Process – Meeting between CSC, PURA, OCC, towns and wireless providers

● Minimum to Address:

Require notice to towns

Establish town wide plan

Allow towns to give meaningful input, which will become the basis for approval or rejection

Establish rent mechanism

3. Bring back plan and process to the Energy and Technology Committee for approval

Kevin Lembo, State Comptroller, State of Connecticut

Submitted testimony in support of this bill, he believes that establishing a plan and a consistent process for siting theses antennae should streamline the adoption of this technology for business and interested communities. He also supports the emphasis on municipal participation in the proposed legislation. The state should be consistently reviewing its telecommunications regulations to ensure that we are attractive to new investments, and are encouraging the development of networks.

Representative Charles Ferraro, 117th District

Submitted testimony stating that in consideration to the many documented health concerns and the proliferation of cell towers in recent years throughout the United States, it is essential that further proliferation only be accomplished through a state-wide plan, that includes the municipalities, in which proposed cell towers are to be installed. I also recommend that the state-wide plan be submitted to the General Assembly Committee of cognizance. Finally, I support a moratorium be placed on all dockets and petitions relating to small canister antenna and distributed antenna systems until such time that the state-wide plan and process is approved

Donna Hamzy, Advocacy Manager, Connecticut Conference of Municipalities

Submitted testimony in support of the bill. They believe that is would bill would create a standard and process by which small cell canister antennas and distributed antenna systems are sited in Connecticut.

While they support the bill they did offer the additional suggestion that including municipalities input and participation during the creation of the plan, particularly in the beginning of the process. They also fully support the moratorium provision in the bill.

Betsy Gara, Executive Director, Connecticut Council of Small Towns

Submitted testimony in support of the bill. She states that some wireless providers are asserting that the siting of small cell wireless telecommunications facilities should be determined by PURA without any consideration of or input from the affected municipalities, the Connecticut Sting Council or the public. Ensuring that municipalities have meaningful input in the process of installing these facilities can have unintentional impacts on the community including right-of-way issues, whether the facilities are necessary, and how the installation of these facilities may impact line of site and public safety concerns.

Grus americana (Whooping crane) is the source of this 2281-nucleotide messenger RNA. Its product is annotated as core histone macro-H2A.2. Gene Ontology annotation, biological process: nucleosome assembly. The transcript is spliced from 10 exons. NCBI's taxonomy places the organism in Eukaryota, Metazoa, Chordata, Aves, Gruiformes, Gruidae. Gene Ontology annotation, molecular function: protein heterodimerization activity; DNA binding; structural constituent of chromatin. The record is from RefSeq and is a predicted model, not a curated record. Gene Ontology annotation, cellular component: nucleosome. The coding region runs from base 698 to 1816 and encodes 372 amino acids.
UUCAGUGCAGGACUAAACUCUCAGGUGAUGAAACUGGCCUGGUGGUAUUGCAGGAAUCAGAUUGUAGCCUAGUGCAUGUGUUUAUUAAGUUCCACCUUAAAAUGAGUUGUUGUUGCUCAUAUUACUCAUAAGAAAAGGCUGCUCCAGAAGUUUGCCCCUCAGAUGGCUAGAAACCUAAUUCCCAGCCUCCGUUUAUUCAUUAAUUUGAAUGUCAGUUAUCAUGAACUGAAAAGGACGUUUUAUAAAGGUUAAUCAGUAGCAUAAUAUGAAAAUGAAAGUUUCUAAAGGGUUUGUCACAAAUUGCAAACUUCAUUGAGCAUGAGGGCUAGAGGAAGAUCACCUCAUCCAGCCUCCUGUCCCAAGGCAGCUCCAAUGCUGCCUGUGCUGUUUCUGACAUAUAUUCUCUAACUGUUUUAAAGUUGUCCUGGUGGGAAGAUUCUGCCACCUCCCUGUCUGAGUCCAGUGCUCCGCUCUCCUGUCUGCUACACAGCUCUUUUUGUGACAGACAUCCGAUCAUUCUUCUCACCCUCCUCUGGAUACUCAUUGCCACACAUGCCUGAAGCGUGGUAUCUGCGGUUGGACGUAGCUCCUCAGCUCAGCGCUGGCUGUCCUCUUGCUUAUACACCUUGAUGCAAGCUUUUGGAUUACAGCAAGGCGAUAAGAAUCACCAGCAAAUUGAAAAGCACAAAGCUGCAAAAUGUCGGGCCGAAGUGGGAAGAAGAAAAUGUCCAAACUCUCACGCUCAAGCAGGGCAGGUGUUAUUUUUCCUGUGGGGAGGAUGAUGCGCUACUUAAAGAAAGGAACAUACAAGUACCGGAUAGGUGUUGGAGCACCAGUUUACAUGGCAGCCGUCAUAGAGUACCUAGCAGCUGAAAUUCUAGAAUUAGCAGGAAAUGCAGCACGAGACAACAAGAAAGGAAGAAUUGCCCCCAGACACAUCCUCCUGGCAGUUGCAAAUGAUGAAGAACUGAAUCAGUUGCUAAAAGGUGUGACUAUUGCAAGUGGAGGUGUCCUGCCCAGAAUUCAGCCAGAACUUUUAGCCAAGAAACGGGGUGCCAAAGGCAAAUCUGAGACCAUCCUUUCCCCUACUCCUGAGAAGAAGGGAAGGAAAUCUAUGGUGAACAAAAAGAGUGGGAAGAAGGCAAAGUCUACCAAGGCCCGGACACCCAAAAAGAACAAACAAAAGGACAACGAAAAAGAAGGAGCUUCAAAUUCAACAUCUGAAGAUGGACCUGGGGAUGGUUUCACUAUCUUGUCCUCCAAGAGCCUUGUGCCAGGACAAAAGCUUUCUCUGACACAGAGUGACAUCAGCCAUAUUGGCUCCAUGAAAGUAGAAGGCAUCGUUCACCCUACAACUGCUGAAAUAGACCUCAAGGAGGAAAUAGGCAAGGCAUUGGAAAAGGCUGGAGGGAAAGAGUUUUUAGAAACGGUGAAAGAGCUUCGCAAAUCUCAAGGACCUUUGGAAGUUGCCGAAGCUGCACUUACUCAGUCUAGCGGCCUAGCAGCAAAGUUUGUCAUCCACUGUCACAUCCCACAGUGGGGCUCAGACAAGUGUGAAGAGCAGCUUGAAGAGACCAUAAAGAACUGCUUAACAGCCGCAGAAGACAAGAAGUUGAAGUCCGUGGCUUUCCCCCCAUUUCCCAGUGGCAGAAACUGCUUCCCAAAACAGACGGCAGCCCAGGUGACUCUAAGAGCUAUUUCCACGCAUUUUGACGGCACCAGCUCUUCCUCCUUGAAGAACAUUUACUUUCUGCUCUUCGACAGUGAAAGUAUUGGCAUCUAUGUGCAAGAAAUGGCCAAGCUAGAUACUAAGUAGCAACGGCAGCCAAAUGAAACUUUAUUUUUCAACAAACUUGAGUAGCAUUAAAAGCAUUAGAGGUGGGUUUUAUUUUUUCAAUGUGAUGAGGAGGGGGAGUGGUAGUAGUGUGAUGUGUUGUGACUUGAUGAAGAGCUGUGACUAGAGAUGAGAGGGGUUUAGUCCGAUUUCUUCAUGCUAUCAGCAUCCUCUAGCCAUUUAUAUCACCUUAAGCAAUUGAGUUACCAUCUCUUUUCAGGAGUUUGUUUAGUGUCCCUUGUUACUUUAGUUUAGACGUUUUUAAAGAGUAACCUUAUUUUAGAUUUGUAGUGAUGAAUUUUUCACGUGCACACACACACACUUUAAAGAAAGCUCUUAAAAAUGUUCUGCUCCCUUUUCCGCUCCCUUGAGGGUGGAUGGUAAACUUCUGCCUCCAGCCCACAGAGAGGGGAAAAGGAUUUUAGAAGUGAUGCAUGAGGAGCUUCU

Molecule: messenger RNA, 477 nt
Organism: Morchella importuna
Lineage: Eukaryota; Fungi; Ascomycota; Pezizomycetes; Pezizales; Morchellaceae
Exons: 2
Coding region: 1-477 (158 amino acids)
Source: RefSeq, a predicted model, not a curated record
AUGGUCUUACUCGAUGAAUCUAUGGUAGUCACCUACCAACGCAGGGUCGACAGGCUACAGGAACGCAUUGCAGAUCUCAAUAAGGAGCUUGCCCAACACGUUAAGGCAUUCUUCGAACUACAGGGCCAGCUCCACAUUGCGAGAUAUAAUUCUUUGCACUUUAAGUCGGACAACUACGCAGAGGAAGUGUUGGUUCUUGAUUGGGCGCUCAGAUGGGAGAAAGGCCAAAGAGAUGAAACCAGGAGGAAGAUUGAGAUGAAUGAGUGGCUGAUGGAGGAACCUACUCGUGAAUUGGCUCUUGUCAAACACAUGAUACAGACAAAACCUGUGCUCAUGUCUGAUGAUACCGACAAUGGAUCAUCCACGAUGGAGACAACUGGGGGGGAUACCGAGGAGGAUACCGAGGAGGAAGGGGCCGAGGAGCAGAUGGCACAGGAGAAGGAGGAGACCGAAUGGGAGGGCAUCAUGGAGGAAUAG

Explicitly providing that all wireless communications facilities including those to be sited on existing utility poles.

Requiring applicants to consult with municipalities prior to approving any application for the installation of wireless communication facilities.

Prohibiting the siting of any communications facility tower or structure in the public right-of-way without the express consent of the municipality in which it is proposed to be sited.

Bruce and Barbara Galaski

Submitted testimony asking that the committee support the bill. They feel that it is critical that towns and residents provide input on where small cell canisters are placed.

Curtis and Pamela Dann, West Haven

Submitted testimony in support of the bill stating that the requirement for input from towns and residents when siting this equipment is absolutely necessary.

Katie DeLuca, Director of Planning and Zoning/Zoning Enforcement Coordinator/Town Planner, Town of Greenwich

They submitted testimony in support of this bill, she believes that it will help to clarify the confusion that exists for siting these systems. A legislative solution is the appropriate long term fix. Also adding stakeholders and municipalities as participants will allow for a better understanding of how these installations will affect the state and its towns. She would like to see a clear definition in the statutes for these installations since this technology is rapidly increasing without interpretation. Regulatory certainty and clarity will allow the telecommunications industry to continue to invest in these networks.